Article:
Most high school football players in South Carolina might dread the beginning of high school football practice, and for good reason. Imagine practicing in humidity that can drive the comfort level to 105-110 degrees on an early August morning. And, imagine practicing in that swampy, soupy weather with a football uniform on, perhaps two times a day.
But that’s not the case for brothers Will and Hunter Ramey, standout student-athletes at Philip Simmons High School.
They are ready — and waiting — for the season with enthusiasm and hope.
“It’s going to be heartbreaking if we don’t play this year,” Will said. “I want a final chance to play with my friends. But I also need for my senior season to go well and get some colleges to look at me.”
Younger brother Hunter is a junior on the team. He won’t need a motivational speaker to get in the right frame of mind when the season is scheduled to kick off.
“I’m driven to play,” Hunter said. “I hope to have a regular season this fall. If not, I won’t know what to do.”
Will Hunter is a senior who rarely comes off the field. He’s a wide receiver and linebacker. He earned all-region and all-state honors last fall for the Iron Horses.
But when football coach Eric Bendig talks about the brothers, he focuses on the complete picture. He mentions that Will and Hunter are both members of the leadership council and do a lot for the community.
It’s not idle chatter. Hunter is an excellent student with a 5.0 GPA on the PSHS scale. He’s even competitive when it comes to academics — he and a good friend are neck-and-neck in class ranking.
“I haven’t checked it for quite some time, but we were like (Nos.) 4 and 5 when I last looked. It’s that close,” Hunter said.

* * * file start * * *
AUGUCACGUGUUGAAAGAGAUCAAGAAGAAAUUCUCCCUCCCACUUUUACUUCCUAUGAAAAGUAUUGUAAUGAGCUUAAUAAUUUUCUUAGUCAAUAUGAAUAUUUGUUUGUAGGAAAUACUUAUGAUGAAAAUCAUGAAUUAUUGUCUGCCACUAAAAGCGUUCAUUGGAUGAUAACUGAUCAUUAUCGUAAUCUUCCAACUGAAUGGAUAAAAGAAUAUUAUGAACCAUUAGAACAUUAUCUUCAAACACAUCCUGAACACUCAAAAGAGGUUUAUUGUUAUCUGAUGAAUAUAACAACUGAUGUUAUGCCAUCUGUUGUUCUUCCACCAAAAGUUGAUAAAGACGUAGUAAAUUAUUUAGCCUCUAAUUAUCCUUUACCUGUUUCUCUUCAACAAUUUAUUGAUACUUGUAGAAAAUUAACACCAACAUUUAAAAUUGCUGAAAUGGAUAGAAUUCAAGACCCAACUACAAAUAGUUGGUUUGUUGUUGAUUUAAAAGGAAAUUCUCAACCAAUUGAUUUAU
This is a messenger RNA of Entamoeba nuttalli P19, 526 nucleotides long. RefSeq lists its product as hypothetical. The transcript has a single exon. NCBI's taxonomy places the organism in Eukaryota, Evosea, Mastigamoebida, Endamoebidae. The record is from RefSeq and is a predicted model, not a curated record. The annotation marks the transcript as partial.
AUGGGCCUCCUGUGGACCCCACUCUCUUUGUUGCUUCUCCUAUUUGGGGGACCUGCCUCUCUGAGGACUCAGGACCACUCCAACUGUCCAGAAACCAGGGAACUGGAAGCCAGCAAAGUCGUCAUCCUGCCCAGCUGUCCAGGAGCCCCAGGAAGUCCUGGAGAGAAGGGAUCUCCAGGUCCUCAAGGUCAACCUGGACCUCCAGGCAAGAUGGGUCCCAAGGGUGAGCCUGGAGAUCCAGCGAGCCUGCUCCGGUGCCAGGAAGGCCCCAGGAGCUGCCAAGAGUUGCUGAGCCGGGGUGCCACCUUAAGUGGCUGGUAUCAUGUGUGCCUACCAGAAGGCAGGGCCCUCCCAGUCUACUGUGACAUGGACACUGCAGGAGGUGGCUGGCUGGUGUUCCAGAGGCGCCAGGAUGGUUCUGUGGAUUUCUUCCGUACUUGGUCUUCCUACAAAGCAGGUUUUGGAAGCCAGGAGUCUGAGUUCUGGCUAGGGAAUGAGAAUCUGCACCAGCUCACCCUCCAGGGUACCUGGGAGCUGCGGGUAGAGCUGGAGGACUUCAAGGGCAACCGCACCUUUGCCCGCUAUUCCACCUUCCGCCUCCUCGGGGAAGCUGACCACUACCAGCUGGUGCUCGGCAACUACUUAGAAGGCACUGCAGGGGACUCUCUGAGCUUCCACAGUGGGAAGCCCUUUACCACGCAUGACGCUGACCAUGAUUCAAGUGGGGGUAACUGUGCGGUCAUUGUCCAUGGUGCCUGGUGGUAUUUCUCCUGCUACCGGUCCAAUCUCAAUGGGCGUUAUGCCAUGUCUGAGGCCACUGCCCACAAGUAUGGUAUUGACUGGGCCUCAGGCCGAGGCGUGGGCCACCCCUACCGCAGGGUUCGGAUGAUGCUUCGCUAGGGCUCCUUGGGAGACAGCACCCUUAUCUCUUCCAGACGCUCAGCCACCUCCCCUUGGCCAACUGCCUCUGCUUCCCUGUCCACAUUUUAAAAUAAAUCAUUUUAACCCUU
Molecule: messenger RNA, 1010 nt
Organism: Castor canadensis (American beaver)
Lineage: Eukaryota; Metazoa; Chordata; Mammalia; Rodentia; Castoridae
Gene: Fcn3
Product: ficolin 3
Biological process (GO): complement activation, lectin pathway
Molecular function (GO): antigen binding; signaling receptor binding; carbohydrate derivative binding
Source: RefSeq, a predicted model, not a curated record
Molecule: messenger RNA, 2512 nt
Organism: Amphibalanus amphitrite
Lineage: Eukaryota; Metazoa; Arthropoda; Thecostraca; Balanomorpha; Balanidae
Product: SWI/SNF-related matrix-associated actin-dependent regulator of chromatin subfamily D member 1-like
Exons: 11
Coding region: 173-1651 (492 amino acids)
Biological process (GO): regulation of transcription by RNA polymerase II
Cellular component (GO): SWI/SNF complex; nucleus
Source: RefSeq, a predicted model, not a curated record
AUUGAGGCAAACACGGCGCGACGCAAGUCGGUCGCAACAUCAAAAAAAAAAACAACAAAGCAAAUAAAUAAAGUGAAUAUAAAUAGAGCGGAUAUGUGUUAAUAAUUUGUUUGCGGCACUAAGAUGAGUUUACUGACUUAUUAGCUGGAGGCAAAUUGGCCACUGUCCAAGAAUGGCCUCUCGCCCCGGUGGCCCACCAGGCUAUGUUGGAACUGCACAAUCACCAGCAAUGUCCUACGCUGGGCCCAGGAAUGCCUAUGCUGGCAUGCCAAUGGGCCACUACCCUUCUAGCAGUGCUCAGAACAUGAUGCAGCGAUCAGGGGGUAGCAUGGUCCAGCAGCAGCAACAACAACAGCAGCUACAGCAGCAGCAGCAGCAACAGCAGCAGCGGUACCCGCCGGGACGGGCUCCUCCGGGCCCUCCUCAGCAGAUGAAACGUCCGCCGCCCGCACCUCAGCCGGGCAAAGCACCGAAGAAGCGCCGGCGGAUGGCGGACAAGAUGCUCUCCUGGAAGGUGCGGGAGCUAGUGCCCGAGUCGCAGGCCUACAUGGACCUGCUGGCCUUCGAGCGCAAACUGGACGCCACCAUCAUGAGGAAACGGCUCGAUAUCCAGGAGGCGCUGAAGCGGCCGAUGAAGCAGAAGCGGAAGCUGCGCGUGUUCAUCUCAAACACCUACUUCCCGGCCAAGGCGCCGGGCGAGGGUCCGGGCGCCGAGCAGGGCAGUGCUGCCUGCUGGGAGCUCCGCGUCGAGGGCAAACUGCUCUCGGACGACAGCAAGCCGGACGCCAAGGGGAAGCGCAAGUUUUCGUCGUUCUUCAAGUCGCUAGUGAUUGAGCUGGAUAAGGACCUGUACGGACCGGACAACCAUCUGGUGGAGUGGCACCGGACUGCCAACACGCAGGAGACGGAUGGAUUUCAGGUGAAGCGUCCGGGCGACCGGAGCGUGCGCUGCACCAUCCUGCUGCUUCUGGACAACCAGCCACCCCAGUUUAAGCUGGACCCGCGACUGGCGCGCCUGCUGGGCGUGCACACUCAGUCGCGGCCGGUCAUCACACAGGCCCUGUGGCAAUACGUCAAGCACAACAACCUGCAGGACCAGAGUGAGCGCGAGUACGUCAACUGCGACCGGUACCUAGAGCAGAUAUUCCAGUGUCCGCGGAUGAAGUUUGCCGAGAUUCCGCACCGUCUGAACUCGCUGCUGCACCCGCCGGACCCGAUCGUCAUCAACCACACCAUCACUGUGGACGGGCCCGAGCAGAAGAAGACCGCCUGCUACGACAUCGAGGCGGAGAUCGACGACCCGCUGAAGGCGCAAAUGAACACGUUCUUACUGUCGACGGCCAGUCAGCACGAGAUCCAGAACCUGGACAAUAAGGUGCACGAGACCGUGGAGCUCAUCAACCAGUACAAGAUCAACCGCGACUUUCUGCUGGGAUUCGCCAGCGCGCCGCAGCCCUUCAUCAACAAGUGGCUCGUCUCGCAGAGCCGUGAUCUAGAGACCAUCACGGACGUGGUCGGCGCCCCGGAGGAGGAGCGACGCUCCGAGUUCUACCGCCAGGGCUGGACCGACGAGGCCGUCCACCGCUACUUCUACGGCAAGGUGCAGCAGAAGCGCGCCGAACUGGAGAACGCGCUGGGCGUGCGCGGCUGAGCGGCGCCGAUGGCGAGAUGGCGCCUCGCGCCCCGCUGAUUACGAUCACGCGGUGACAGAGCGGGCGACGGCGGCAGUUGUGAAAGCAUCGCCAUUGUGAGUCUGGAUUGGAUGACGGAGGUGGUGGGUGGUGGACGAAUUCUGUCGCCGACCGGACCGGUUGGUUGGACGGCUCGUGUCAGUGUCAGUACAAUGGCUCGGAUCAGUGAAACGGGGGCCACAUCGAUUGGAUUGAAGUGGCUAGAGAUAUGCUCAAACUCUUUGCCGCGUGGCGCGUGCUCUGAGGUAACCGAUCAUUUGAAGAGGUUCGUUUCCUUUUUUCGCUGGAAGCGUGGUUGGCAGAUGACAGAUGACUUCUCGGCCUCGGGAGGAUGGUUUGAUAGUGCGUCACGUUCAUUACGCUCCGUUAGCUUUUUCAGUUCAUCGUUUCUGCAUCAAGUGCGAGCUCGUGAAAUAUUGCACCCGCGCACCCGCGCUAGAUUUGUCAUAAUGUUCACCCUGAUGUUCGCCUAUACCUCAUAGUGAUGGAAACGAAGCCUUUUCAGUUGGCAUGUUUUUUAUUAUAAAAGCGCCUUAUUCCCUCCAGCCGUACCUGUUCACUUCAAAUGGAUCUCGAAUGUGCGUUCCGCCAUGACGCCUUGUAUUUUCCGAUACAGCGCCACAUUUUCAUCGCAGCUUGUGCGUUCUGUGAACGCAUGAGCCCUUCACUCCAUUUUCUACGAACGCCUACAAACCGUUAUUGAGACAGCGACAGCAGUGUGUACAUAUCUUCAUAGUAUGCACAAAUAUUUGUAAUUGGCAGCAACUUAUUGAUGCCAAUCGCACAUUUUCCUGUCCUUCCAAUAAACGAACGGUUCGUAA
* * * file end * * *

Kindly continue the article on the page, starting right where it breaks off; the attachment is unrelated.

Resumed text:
The brothers are ready to hit the weight room once the South Carolina High School League gives the complete green light. For now, the door seems open for athletes to return to the weight room on campus.
The High School League will hold an online meeting with member schools on June 4 to discuss guidelines in getting sports programs up and running.
League commissioner Jerome Singleton said in a memo that the goal is to allow the athletes, coaches, and staff to begin in-person training and group workouts while maintaining a safe environment.
While anything can happen, some athletic directors believe the decision will be made individually by school districts, and if students can return to school over the summer, student-athletes will be able to return to the school’s athletic facilities as well.
But the Rameys have been working out on their own. And they admit the esprit de corps of a team is tough to replicate when it’s just you and friends.
Will Ramey, the senior, said he and his friends were ready to go back to school about a week after the coronavirus closed school doors around the state.
“Having teammates in the weight room helps push you through the workouts. When you’re in school, you can’t miss workouts.”